COLUMBIA — A few hours before Missouri’s final home game against Syracuse on Saturday, a steady stream of football fans descended down Stadium Boulevard toward Memorial Stadium. Dressed mostly in black, the group looked like it could have been headed to a funeral instead of a football game.
With Missouri’s seven-year bowl streak likely hinging on the results of Saturday’s game, the fans could have been mourning the end of one of the program’s greatest runs.
The crowd outside of the stadium was even more sparse than usual, as vacant parking spaces outnumbered occupied ones. Desperate scalpers stood outside the west end of the stadium, in front of the smiling statue of former coach Don Faurot, and pleaded for passing fans to buy their tickets.
On a day when most students were already home, delivering loads of dirty laundry to parents and counting down the days until an artery-clogging Thanksgiving dinner, the scalpers’ cries fell on deaf ears.
The dedicated fans who did park and set up tailgates soldiered on, displaying tables overflowing with fried chicken and hot wings. Televisions stashed inside open trunk doors showed other football games, most involving teams who had more to play for than Missouri on Saturday night.
The smell of burned food hung unpleasantly in the air, overpowering the more appetizing aromas emanating from nearby tailgates. One man, dressed in a black Missouri sweatshirt, yelled at passing fans who weren’t donning black and gold, demanding more dedication from the meager crowd.
Atypical for a day so late in the fall, the temperature hung in the high 50s, allowing those outside to remain comfortable wearing sweatshirts and jeans. Two trees outside of the front of the stadium produced bright red leaves that littered the black pavement below, blowing around the feet of beanbag-tossing tailgaters.
The sun, threatening to go down before the 6 p.m. kickoff, hung low in the sky on the west side of Memorial Stadium, its bright rays peeking through the fenced sides of the bridge that passes over Providence Road.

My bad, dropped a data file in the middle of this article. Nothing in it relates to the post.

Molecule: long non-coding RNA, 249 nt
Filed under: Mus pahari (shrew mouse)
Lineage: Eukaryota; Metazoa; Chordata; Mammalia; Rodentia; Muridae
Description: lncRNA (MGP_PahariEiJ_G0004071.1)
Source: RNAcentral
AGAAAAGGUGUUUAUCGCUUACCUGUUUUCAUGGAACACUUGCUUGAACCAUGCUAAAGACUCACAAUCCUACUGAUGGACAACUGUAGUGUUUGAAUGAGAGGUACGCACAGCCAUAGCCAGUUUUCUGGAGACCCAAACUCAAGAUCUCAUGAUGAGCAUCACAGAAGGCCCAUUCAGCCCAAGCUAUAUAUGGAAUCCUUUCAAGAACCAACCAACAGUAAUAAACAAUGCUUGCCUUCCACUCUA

It was one of those days where, because of the smaller crowds, familiar faces were met with little or no recognition. Athletics director Mike Alden strolled through the west parking lot, in the shadow of the video board, and no one stopped, turned or gave a second look. Former Missouri basketball player Steve Moore’s head poked clearly above the crowd that surrounded him, a result of his 6-foot-9 frame, and his presence produced no reaction.
The lack of enthusiasm wasn’t only associated with Missouri, though.
Before the team’s game against the Syracuse Orange, the most orange seen outside the stadium was worn by the Memorial Stadium event staff, who stood outside each gate of the student section, tearing tickets and checking student IDs.
The visitor’s seating area, located in the southeast corner bleachers, held only a few rows of orange-and-blue-clad fans. Several more rows around them remained empty, exposing lonely silver bleachers.
It seemed, in a game featuring two 5-5 teams, that neither fan base was enthralled by the rare matchup of SEC and Big East opponents.
As the game began shortly after 6 p.m., entire sections on the far ends of the east bleachers remained nearly empty, with a few fans appearing as mere dots, outliers lost in the middle of an empty mass of bleachers.
This wasn’t the Georgia game, or the Alabama game. Heck, it wasn’t even the Vanderbilt game.